Overcoming all odds for the love of music
December 28, 2011 | 11:14 am
(Updated: January 17, 2013 | 3:03 pm)
By Josiah M. Hesse
Being a crippled, lesbian rapper is hard. But not in the way you think.
“I could bank off that fact and just be … not that good,” said Kalyn Heffernan, the pint-sized 24-year-old emcee of Wheelchair Sports Camp. “But I’m just all about being better. I like good bands, and I want to be one.”
Most any band – good or not – typically has the opportunity to be first judged by its musical abilities, and not on a socio-political issue. But unless it’s through her album, Heffernan is rarely afforded that opportunity. Born with Osteogenesis Imperfecta, she is confined to a wheelchair and has grown only to the size of a small child.
I must admit when I first saw Heffernan roll onto the stage of the Hi-Dive, I cynically dismissed the whole thing as a PC gimmick.
Something people were afraid not to like, and applauded dutifully and without thought. But 10 minutes into the set of Wheelchair Sports Camp, I (and presumably everyone in attendance) had the snarky grins wiped off our faces. Fronting a band of top-shelf musicians, Kalyn Heffernan has the sly charm of a seasoned stage performer, all while she rhymes from her wheelchair with a flow and punch to rival any big-name emcee.
Growing up in Denver, Heffernan was surrounded with positive encouragement from family and friends. “I never really encountered any setbacks because of my disability or sexuality,” she said. Being a devoted fan of early ’90s hip-hop, Heffernan rapped at a talent show at the age of 12. “It was me beat-boxing onto a tape, and then rhyming over it,” she explained. From there Heffernan’s musical vocabulary became more sophisticated, moving from drum machines in high school to studying recording techniques at the University of Colorado, Denver.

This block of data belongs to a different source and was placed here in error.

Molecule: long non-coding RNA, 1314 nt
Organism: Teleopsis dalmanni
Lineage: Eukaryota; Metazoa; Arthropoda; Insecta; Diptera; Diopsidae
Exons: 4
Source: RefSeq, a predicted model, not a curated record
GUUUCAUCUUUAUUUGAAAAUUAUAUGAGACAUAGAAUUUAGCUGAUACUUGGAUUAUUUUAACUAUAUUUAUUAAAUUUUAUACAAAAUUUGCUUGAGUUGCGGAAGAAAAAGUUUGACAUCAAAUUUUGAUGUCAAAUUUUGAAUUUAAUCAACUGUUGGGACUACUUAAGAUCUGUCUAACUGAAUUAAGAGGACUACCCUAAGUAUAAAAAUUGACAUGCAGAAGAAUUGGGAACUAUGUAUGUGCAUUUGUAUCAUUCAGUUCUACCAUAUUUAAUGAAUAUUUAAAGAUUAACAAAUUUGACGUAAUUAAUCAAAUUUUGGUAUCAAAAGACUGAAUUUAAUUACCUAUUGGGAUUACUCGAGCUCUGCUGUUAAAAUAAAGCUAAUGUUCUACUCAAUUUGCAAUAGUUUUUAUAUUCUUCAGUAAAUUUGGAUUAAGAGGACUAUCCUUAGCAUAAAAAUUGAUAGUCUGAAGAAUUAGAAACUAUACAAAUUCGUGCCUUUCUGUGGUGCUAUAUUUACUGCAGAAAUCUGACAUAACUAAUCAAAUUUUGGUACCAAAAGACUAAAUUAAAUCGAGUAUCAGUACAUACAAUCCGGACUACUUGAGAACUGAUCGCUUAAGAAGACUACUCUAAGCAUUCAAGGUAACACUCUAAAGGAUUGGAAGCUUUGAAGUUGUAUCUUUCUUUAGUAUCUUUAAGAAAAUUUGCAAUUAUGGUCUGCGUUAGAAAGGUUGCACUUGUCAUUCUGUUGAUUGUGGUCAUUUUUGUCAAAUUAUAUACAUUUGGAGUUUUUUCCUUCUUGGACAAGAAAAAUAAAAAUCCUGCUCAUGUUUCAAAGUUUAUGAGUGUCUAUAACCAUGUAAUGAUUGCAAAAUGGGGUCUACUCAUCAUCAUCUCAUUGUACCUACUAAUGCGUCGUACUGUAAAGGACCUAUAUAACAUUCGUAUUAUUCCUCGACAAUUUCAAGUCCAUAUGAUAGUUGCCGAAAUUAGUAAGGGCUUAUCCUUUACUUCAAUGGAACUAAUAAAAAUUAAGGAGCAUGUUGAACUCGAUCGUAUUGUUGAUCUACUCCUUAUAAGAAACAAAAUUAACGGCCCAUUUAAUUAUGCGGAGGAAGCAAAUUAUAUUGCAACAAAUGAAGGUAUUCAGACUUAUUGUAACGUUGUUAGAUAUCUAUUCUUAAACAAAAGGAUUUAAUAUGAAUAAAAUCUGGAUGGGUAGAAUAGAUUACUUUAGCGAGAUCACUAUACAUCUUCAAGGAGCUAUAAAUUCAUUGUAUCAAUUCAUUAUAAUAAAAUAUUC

It was there she met the brother-sister musical duo Abi and Isaac McGaha Miller. “Abi is just a natural born musician,” Heffernan raved, “she could play almost anything.” From this encounter grew Wheelchair Sports Camp, and since Heffernan was studying audio recording at the time, the band could devote their school hours to laying down tracks in the university studio.
Sometime later WSC released Mixed Tapes, an eclectic, inventive hip-hop album that expertly samples tracks from The Beatles and Stevie Wonder to Nirvana and Radiohead.
Along with meeting her bandmates, college introduced Heffernan to Jenna Black, who would become her girlfriend, now of five years. “We had to hide it for a while,” Black said, describing the difficulties of a homophobic dorm room and religious conservative parents.
Kalyn Heffernan recognizes that, considering her sexuality and her disability, she was raised in a relatively positive environment that some (including her girlfriend) were not privileged with.
“I’ve always grown up around gay people. And you’re not a part of the gay community without knowing how hard it can be.”
Though several WSC songs are playful and celebratory, many of the lyrics comment on social injustices. “I’ve rapped about Prop 8 and homophobia. Just because I’ve had it so good, doesn’t mean I don’t have a consciousness about these things.”
Heffernan went on to discuss the variety of anti-gay undertones in culture from the indie-rock world to the hip-hop scene. For the most part, though, she observes this from a distance. “Maybe because I’m disabled, people can’t be too mean,” she said with a laugh.
Kalyn Heffernan seems to view her disability as a comical footnote, not as the crux of her personality. She’s a politically conscious voice who has a setback to reasonably complain about, yet makes music not as an after-school-special message of hope and inspiration, but for the pure love of creativity. “I’m not a rapper because I want people to hear my story,” she said with complete sincerity, “I’m a rapper because I want to be.”
On the Web at http://wheelchairsportscamp.bandcamp.com